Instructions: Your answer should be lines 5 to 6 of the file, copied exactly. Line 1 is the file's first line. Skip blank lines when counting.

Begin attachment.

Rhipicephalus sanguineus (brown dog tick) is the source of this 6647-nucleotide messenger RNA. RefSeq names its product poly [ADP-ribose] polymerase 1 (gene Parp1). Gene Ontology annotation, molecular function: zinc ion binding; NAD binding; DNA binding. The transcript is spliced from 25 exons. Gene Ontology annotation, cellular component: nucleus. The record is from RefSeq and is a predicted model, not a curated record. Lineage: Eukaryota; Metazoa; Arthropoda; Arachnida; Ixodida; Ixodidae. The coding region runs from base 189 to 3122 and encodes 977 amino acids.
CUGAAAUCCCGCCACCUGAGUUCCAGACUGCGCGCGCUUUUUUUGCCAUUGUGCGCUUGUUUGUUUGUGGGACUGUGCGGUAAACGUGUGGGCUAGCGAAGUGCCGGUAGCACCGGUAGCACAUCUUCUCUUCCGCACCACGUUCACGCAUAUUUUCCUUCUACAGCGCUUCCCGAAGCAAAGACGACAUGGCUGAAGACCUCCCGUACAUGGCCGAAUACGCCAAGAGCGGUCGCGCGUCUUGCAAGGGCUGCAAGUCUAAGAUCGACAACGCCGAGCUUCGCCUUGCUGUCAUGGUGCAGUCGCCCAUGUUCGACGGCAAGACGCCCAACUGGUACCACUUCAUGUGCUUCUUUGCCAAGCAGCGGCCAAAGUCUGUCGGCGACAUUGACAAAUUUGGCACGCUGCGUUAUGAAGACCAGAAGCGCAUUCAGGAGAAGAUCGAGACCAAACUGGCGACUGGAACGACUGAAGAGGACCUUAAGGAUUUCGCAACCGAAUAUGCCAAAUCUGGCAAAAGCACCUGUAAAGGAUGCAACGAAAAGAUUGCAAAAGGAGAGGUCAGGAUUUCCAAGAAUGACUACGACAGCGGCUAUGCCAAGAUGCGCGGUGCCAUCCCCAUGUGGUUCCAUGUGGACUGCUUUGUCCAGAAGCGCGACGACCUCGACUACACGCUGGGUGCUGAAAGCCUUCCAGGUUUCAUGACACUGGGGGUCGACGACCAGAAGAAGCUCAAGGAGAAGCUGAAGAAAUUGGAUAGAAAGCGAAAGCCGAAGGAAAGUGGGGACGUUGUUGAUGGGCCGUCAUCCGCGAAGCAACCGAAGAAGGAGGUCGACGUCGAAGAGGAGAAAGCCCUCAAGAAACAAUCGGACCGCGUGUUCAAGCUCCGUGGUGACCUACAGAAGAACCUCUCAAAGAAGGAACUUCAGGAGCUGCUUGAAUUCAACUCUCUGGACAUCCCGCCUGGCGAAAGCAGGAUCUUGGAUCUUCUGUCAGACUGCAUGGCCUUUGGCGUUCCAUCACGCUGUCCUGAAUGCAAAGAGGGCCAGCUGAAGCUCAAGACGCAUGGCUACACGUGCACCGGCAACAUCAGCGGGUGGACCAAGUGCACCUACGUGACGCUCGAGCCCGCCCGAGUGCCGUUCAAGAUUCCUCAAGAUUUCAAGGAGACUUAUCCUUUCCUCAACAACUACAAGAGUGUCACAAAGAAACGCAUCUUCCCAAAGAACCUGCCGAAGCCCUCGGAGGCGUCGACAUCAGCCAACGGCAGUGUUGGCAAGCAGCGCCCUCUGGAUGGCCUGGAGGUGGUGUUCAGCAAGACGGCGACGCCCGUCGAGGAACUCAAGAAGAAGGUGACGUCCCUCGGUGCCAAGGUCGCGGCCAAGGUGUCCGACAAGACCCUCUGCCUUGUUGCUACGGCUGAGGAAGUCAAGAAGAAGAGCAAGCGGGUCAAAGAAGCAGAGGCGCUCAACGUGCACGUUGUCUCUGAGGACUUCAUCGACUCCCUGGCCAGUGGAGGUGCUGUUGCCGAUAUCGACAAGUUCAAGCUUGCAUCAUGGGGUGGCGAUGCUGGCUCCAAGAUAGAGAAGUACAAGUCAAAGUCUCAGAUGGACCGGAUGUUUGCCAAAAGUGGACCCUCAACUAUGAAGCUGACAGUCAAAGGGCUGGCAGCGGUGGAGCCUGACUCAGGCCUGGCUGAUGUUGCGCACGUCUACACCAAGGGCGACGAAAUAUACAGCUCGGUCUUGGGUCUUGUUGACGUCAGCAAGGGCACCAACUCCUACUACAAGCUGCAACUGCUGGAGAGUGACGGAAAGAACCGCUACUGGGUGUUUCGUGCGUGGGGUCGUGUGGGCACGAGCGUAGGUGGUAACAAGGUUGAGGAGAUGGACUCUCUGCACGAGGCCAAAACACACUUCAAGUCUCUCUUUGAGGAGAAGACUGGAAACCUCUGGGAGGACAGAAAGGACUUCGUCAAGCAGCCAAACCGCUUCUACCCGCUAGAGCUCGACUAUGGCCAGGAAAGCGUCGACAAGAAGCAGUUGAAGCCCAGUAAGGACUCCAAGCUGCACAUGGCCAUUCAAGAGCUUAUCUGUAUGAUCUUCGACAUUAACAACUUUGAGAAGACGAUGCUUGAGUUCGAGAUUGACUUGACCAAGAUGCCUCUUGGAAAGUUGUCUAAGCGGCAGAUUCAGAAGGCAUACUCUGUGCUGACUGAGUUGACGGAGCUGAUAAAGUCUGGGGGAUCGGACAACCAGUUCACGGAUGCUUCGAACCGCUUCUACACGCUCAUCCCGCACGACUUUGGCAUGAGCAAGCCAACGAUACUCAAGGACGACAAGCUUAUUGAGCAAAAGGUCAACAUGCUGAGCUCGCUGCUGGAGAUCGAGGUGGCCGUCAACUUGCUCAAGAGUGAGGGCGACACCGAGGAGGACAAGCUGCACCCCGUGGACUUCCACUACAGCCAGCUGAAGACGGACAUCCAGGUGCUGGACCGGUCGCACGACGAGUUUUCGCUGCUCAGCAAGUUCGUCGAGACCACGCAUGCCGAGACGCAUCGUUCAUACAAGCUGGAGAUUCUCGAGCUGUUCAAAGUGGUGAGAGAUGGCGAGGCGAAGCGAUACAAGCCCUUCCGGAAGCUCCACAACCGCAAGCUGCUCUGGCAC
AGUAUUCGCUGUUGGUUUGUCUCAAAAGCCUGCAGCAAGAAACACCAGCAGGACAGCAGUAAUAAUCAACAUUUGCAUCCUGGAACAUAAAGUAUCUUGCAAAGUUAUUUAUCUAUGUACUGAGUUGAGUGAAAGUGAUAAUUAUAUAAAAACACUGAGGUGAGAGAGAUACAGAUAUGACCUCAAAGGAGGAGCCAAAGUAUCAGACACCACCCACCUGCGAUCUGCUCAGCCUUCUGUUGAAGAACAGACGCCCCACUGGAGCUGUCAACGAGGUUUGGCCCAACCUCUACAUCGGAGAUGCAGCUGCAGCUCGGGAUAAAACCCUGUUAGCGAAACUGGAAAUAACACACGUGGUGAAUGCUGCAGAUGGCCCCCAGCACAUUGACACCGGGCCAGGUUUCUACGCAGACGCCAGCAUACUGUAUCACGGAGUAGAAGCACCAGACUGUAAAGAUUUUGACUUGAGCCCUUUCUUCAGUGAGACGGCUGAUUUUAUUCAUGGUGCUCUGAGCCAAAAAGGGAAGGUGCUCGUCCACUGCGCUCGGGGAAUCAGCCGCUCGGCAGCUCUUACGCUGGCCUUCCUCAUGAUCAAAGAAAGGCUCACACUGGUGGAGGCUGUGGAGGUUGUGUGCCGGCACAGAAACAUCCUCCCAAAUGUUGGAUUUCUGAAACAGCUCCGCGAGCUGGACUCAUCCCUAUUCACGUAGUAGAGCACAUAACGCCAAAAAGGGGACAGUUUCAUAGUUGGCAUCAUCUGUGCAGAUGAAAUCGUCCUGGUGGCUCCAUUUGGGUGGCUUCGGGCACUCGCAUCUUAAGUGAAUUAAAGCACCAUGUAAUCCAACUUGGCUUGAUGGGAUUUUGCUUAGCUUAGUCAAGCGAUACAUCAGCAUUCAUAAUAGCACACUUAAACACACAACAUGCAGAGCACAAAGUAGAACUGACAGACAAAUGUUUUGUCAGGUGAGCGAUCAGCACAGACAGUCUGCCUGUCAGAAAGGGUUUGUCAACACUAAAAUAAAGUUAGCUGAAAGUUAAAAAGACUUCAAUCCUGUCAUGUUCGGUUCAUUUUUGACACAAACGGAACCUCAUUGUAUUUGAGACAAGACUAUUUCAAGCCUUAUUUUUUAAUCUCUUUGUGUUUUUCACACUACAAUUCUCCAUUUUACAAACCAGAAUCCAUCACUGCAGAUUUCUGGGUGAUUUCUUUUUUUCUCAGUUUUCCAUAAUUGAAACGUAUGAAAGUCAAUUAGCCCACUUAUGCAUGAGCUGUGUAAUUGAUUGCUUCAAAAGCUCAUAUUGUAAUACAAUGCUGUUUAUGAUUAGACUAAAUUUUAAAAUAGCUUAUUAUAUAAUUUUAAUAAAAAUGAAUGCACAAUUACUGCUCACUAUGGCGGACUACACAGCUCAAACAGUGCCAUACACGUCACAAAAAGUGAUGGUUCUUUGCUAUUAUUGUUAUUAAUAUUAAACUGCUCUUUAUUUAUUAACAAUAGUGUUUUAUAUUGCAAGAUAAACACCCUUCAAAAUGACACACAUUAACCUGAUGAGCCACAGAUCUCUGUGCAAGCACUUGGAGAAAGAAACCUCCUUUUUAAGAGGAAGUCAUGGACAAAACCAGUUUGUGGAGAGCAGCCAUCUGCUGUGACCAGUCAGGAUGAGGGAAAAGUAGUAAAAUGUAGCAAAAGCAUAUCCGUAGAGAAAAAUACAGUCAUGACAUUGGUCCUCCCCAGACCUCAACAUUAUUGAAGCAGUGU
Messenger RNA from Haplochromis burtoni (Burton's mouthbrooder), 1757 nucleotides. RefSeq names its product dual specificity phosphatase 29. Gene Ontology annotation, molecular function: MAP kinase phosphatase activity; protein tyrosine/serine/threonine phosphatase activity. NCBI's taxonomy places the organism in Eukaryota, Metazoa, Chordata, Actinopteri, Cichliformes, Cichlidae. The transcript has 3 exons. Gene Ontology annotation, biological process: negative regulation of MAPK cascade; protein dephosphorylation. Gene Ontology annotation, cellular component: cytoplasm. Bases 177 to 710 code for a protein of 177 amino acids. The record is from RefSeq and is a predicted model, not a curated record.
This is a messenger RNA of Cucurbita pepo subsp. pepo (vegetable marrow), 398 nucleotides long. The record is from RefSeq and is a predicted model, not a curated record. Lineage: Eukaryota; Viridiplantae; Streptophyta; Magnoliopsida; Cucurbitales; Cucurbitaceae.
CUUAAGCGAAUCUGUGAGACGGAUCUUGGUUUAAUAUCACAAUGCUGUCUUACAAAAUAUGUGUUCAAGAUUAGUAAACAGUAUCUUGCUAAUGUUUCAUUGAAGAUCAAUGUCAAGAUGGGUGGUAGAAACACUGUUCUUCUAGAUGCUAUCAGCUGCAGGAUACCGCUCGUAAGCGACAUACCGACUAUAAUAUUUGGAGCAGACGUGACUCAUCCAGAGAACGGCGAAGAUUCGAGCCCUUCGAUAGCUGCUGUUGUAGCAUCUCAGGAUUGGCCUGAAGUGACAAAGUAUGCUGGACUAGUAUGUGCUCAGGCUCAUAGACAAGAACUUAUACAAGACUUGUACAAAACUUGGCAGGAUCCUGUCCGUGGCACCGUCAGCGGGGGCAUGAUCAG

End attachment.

This is a messenger RNA of Cucurbita pepo subsp. pepo (vegetable marrow), 398 nucleotides long. The record is from RefSeq and is a predicted model, not a curated record. Lineage: Eukaryota; Viridiplantae; Streptophyta; Magnoliopsida; Cucurbitales; Cucurbitaceae.
CUUAAGCGAAUCUGUGAGACGGAUCUUGGUUUAAUAUCACAAUGCUGUCUUACAAAAUAUGUGUUCAAGAUUAGUAAACAGUAUCUUGCUAAUGUUUCAUUGAAGAUCAAUGUCAAGAUGGGUGGUAGAAACACUGUUCUUCUAGAUGCUAUCAGCUGCAGGAUACCGCUCGUAAGCGACAUACCGACUAUAAUAUUUGGAGCAGACGUGACUCAUCCAGAGAACGGCGAAGAUUCGAGCCCUUCGAUAGCUGCUGUUGUAGCAUCUCAGGAUUGGCCUGAAGUGACAAAGUAUGCUGGACUAGUAUGUGCUCAGGCUCAUAGACAAGAACUUAUACAAGACUUGUACAAAACUUGGCAGGAUCCUGUCCGUGGCACCGUCAGCGGGGGCAUGAUCAG